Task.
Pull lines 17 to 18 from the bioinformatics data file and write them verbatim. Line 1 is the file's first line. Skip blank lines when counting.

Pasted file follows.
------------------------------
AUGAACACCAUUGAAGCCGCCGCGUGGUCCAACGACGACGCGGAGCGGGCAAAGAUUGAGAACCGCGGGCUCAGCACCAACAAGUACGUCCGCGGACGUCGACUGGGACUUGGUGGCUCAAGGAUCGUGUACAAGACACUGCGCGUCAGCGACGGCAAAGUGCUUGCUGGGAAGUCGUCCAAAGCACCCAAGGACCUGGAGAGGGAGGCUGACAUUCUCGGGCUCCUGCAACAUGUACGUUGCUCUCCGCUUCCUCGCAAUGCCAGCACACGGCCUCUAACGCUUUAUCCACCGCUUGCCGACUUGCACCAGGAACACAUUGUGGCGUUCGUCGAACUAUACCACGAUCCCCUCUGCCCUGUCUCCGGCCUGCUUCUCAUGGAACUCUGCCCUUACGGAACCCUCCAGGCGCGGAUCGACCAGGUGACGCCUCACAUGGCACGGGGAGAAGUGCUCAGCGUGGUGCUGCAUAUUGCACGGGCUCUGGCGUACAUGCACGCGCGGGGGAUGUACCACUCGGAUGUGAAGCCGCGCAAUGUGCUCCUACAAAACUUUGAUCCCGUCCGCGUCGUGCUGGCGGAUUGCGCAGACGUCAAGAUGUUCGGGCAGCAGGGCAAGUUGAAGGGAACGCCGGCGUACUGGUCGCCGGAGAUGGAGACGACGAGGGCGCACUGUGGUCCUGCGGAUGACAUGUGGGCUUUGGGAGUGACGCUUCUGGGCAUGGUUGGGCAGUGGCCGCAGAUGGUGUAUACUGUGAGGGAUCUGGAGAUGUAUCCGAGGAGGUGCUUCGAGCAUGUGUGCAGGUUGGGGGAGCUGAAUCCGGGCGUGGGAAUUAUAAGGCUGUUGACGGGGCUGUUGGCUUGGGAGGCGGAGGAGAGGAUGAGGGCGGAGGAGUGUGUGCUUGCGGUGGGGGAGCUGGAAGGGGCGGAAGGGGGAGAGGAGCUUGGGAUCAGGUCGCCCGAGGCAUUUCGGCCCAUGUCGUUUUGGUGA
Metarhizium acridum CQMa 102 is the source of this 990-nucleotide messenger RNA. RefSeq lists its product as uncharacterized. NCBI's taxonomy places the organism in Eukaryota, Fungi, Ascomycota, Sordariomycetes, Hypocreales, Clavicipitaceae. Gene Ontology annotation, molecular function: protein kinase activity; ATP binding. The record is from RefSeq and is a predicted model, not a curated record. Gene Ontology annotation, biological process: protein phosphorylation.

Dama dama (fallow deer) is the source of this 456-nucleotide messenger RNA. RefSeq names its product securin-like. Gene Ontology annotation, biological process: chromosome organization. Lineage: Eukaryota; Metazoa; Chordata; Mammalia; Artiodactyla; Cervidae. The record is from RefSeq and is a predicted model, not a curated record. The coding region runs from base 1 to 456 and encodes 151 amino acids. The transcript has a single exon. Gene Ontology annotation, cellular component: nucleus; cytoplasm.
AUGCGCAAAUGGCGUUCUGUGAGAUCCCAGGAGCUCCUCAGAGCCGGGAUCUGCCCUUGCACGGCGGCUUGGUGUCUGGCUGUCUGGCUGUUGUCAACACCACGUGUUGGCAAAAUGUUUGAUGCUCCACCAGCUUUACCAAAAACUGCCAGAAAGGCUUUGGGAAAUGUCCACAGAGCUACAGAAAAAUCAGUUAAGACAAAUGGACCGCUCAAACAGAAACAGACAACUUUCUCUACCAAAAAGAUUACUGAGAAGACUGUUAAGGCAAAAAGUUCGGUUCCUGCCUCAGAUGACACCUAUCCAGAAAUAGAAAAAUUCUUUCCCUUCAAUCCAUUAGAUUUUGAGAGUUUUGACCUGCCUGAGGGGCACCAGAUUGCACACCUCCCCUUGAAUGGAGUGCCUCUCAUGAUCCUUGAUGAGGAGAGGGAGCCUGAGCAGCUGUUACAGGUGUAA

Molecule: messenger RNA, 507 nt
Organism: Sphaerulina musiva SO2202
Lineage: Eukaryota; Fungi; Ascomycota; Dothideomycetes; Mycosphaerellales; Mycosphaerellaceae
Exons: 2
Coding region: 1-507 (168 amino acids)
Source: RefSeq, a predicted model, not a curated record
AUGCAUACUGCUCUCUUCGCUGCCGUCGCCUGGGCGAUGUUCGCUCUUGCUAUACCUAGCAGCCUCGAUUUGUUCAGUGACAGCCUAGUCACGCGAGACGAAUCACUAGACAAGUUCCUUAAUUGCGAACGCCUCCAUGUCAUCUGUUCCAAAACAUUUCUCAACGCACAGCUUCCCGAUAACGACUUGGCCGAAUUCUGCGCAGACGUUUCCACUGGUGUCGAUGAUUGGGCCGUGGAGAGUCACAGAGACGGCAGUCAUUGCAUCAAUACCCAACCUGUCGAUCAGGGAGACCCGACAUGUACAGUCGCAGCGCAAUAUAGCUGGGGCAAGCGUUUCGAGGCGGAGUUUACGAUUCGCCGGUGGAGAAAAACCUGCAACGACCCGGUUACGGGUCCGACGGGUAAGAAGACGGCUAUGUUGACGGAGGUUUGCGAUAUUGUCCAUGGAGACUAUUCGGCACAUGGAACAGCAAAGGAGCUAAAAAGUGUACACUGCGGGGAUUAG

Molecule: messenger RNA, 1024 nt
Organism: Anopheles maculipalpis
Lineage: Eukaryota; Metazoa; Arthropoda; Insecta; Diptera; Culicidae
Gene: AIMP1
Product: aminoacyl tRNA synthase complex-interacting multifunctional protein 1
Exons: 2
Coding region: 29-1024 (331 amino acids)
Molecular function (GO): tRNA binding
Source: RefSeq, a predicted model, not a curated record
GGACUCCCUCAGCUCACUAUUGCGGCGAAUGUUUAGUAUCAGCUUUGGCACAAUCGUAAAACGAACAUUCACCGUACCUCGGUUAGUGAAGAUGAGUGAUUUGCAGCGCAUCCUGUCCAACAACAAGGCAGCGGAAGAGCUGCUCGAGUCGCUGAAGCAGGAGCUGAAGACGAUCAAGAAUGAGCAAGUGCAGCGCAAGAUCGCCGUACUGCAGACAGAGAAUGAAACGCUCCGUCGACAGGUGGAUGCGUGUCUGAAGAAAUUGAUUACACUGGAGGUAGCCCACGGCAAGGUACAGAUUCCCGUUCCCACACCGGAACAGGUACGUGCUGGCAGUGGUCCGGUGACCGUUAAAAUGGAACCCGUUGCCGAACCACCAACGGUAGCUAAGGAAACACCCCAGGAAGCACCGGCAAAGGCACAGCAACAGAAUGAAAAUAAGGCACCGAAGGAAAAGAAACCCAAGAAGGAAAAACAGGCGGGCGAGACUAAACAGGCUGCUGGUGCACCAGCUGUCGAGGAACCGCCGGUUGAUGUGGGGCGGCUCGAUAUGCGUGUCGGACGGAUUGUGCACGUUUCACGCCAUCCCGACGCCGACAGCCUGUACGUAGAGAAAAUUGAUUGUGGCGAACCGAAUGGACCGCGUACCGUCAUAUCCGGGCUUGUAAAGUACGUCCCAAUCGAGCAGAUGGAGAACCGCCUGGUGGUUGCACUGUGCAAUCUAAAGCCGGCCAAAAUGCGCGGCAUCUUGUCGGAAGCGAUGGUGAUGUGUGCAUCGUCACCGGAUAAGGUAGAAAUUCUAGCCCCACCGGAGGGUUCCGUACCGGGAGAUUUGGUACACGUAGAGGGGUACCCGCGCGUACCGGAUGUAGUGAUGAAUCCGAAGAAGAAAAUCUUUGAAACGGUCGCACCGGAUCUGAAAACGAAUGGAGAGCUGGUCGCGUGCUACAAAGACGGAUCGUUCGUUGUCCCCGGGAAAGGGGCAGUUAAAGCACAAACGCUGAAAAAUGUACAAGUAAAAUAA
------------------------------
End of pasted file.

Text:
Exons: 2
Coding region: 29-1024 (331 amino acids)